Here is what I do to potty train my dogs. As you say, supervision is key. It is also very important to consistently show our dog what the right behavior is, and to reward the behavior extremely well. Timing, supervision, consistency, and repetition are all crucial while potty training my dogs.

  32. Tracey says

    Hi. I have a german shepard cross of 2.5 years old. We take him for walks etc and he really is a lovely dog most of the time, with our kids, bird and other dog.

    Our pro blem is when he is outside – its that he constantly jumps against the wall of our yard to bark at passers by. We have tried planting hedges and he pushes past them. We have also tried erecting fences in front of the hedges and he pulls them down or jumps over them to jump against the wall. He is damaging the wall so badly and scaring the living daylights out of the people walking by.

    Another one is that he chases my older son whenever they are outside together. It seems he wants to take a nip. Especially when he is on his bicycle. Yet he ignores my younger son flat.

    We do not know what to do with him – we have tried training and it just hasnt worked. Do you have any suggestions? We do NOT want to get rid of him but we are really having a problem.

    • shibashake says

      Dogs may bark at outside people because of their protection instinct, i.e. they are protecting our property from intruders. German Shepherds are commonly bred to have a strong guard drive. If a dog barks and the “intruder” leaves, then the dog learns that Barking = Keep intruders away = Success.

      we have tried training and it just hasnt worked.

      What have you tried and for how long? What is his daily routine like?

      My Shiba Inu also has pretty strong guarding instincts. When he alerts to let me know that someone is near the house, I go to check things out. It is a great way to catch people who don’t pick up after their dogs. One time, he was barking at the garage door and we discovered that some rats had gotten in, so having a guard dog can be very helpful.

      1. Usually he stops barking as soon as I arrive. If he does not, then I give him our pre-trained Quiet command and make sure to reward him well for staying quiet.

      2. If he continues to fuss at the fence or window, then I engage him in doing something else. If he redirects, I reward him by interacting with him.

      3. If he does not want to redirect, then I bring him inside the house and he temporarily loses his outside privileges. This also has the advantage of removing him from the trigger stimulus (people walking outside).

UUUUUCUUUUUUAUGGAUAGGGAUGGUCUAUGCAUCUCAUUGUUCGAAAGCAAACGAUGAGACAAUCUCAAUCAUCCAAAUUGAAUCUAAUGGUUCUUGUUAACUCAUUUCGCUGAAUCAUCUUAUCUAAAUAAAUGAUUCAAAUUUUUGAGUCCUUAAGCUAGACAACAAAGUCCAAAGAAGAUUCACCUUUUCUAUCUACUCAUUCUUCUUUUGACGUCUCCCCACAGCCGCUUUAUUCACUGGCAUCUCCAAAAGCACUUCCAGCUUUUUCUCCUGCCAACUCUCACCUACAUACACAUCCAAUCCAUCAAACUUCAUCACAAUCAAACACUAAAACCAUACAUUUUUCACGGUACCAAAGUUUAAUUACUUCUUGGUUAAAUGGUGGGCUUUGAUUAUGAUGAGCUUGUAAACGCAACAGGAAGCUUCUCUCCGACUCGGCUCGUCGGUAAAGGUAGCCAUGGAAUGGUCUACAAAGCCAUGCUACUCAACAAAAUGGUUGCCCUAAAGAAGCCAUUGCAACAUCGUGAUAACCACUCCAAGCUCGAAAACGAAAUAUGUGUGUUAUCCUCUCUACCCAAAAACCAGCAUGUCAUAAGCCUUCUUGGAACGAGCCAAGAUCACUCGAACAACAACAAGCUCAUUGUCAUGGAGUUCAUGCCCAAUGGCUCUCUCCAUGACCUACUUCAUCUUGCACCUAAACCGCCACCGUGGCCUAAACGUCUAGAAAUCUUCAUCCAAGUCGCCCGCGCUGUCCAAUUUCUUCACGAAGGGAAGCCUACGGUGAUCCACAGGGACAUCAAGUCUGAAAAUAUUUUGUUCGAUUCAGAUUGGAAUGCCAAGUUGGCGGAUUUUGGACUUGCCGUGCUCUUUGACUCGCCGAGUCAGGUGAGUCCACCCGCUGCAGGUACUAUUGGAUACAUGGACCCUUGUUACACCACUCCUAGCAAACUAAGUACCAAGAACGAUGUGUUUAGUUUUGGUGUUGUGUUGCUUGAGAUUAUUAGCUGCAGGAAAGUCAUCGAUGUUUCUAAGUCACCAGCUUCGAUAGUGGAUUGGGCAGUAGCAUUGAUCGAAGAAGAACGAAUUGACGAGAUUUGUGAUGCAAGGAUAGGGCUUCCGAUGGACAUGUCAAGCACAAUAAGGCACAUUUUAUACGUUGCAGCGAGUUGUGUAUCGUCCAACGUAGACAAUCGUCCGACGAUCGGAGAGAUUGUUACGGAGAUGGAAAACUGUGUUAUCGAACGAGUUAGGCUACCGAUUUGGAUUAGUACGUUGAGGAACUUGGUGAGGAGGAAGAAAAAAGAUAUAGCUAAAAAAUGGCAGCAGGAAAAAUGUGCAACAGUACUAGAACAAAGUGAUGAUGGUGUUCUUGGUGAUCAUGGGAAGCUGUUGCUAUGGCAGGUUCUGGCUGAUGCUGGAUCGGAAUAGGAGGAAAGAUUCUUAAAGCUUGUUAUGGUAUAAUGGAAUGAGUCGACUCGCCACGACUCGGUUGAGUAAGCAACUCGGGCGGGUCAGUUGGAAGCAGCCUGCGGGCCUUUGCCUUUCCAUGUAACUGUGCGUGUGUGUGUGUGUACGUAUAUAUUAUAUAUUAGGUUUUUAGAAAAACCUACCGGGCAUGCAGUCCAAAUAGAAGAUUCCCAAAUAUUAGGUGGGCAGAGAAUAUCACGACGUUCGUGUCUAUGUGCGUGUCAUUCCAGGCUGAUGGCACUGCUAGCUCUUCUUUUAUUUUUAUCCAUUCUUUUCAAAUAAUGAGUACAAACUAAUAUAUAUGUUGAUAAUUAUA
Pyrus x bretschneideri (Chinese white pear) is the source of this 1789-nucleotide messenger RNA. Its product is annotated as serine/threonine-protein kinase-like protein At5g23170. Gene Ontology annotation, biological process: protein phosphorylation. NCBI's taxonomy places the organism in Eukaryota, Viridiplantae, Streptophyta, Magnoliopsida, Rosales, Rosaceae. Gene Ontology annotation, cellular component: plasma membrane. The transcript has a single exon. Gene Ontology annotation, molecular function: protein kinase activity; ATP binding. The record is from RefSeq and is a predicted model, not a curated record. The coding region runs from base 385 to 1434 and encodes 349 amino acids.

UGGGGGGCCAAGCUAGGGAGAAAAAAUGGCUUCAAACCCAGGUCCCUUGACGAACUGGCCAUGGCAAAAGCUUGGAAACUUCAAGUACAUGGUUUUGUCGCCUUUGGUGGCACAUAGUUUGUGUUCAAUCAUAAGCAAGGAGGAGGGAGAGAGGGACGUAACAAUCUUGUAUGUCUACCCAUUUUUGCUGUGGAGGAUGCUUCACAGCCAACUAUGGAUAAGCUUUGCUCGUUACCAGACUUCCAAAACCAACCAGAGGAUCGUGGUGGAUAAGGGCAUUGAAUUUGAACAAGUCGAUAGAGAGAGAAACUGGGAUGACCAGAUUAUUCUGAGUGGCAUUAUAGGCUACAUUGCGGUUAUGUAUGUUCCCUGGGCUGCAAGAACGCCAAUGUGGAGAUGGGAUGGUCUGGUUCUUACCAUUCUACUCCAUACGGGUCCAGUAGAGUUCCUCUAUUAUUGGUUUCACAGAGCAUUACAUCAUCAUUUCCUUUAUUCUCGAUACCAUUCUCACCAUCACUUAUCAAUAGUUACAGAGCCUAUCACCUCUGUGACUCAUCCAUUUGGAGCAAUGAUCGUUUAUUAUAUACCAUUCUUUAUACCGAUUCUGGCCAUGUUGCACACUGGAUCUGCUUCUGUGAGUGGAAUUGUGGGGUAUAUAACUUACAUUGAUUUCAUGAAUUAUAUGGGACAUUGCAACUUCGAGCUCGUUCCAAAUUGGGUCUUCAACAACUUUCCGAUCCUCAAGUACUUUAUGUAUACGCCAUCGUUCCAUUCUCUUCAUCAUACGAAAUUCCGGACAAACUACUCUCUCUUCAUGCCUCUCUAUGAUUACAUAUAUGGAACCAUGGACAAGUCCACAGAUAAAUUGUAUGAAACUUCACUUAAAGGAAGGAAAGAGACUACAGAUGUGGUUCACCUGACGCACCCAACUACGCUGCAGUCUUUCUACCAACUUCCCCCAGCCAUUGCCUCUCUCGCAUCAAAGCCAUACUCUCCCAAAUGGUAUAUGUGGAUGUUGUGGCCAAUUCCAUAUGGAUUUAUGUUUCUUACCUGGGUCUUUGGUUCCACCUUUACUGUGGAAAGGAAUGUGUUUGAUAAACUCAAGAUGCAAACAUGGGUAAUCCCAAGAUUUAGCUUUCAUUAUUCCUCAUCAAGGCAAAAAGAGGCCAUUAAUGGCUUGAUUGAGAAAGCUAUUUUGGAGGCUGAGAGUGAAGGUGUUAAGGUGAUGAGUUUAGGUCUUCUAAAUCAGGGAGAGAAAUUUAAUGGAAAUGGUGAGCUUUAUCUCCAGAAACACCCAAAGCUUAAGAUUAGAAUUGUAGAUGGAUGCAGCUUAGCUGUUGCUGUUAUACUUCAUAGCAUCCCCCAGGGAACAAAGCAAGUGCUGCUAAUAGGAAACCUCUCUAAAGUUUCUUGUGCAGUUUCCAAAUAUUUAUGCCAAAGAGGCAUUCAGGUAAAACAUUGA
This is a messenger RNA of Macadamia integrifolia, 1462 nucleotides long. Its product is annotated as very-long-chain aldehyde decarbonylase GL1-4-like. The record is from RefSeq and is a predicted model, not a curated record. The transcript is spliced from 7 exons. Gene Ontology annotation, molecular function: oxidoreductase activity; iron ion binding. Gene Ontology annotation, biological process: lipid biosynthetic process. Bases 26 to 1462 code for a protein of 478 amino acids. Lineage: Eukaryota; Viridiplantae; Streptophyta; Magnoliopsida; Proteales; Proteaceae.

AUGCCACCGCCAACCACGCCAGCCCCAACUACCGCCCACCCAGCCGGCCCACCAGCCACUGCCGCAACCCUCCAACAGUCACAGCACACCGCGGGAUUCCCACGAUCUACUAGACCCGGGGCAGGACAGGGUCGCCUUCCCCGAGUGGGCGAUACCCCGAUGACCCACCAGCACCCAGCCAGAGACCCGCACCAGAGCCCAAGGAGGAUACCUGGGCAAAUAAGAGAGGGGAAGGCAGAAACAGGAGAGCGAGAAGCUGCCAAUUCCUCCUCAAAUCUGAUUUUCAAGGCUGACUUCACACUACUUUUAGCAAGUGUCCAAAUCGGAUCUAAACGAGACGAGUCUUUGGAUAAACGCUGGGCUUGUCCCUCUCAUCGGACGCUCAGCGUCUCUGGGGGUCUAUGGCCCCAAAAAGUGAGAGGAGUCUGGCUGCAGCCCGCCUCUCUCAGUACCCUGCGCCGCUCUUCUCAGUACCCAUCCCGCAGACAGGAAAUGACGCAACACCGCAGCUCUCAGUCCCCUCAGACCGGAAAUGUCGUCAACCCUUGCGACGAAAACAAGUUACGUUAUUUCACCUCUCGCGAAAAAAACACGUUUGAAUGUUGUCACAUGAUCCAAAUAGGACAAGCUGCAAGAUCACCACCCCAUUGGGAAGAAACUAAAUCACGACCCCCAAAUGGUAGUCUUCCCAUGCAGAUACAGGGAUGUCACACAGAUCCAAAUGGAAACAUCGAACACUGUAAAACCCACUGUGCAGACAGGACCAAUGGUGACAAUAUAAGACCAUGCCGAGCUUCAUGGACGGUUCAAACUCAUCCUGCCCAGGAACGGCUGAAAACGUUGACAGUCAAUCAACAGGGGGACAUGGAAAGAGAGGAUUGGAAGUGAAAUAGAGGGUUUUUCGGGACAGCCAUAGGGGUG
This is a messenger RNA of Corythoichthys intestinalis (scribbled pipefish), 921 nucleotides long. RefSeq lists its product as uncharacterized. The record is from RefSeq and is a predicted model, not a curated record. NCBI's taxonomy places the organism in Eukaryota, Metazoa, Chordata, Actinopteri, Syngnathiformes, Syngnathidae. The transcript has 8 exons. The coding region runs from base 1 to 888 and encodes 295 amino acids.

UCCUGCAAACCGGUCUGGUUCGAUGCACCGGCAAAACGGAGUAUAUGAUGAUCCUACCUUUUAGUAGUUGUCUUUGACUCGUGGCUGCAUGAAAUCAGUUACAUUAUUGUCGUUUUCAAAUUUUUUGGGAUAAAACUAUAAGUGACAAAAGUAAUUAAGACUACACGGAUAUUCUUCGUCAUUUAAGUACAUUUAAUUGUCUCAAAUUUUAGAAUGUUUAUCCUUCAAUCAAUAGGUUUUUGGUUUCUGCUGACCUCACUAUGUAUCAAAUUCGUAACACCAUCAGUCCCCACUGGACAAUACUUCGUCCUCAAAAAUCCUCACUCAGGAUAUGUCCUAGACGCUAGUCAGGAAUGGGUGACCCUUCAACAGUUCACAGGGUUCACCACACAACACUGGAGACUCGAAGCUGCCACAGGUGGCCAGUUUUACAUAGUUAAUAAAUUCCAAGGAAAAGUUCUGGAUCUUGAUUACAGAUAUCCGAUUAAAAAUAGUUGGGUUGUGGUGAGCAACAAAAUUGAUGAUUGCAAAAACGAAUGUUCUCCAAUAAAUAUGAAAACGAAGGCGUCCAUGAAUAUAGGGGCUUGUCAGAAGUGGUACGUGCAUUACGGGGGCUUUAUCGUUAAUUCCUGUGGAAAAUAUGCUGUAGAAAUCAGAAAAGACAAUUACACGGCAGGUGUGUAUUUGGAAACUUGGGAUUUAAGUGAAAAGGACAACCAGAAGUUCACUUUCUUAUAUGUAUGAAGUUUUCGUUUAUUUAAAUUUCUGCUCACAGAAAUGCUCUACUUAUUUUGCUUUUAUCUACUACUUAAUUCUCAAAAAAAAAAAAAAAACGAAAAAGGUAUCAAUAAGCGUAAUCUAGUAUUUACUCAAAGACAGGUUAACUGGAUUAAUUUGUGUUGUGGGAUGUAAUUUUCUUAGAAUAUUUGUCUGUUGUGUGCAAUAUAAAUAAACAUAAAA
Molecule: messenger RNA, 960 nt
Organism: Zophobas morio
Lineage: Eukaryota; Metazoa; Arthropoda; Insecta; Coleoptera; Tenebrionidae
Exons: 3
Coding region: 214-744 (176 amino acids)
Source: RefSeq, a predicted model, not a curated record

4. If he continues to bark inside the house and will not stop, I put him briefly in a timeout.

      In this way, he learns that –
      Non-stop barking = Lose outside privileges and may lose freedom in the house as well.
      Stop barking = Get rewarded with attention and games.

      Most importantly, I make sure to stop Sephy from continuously repeating his fence barking/charging behavior, which will ultimately become a habit. I put a lead on him if necessary to control him and lead him inside. Proper dog socialization, daily walks (at least 1 hour per day), structured games, a fixed routine, and a consistent set of house rules also helped with my Shiba Inu. I also follow the Nothing in Life is Free program with all of my dogs.

      Another one is that he chases my older son whenever they are outside together. It seems he wants to take a nip.

      Sounds like he may be trying to herd, which is another in-bred trait of Shepherds. All dogs are also born with prey drive, which is an instinct to chase moving things (especially fast moving things). This is a self rewarding behavior, i.e the chasing is the reward.

      What helps with my dogs is to give them other outlets for the need to chase and herd. For example, there are places that do herding training. I also play *very structured* chasing games with my dogs including recall training, flirt pole, and more.

      When I play games with my dogs, I set up and teach them the rules of the game. For example, there is no jumping, nipping, or biting on me. If they do any of these things, I no-mark, briefly stop the game, and we have an obedience break. In this way, they learn that –

      Biting people = Game stops,
      Not biting people and following rules = Game continues, and get attention.

      If Sephy starts chasing when he not supposed to, then I no-mark and give him an alternate command. If he does not stop, then he temporarily loses his outside privileges. As with the case before, it is important that I consistently stop him from repeating this behavior, which is self rewarding, and which will ultimately become a habit.

      In changing dog behavior, timing, repetition, and consistency are all very important. If I want to stop a particular behavior, I make sure to supervise my dog very well (especially in the beginning) so that I *always* catch the behavior, and can *always* respond to it in a very consistent way.

      If we only catch our dog sometimes, and sometimes not, then our dog will learn that it is sometimes ok to bark and jump at the fence. Therefore, he will keep barking and jumping because the next time, he may have success and nobody will stop him. This makes him bark and jump even more.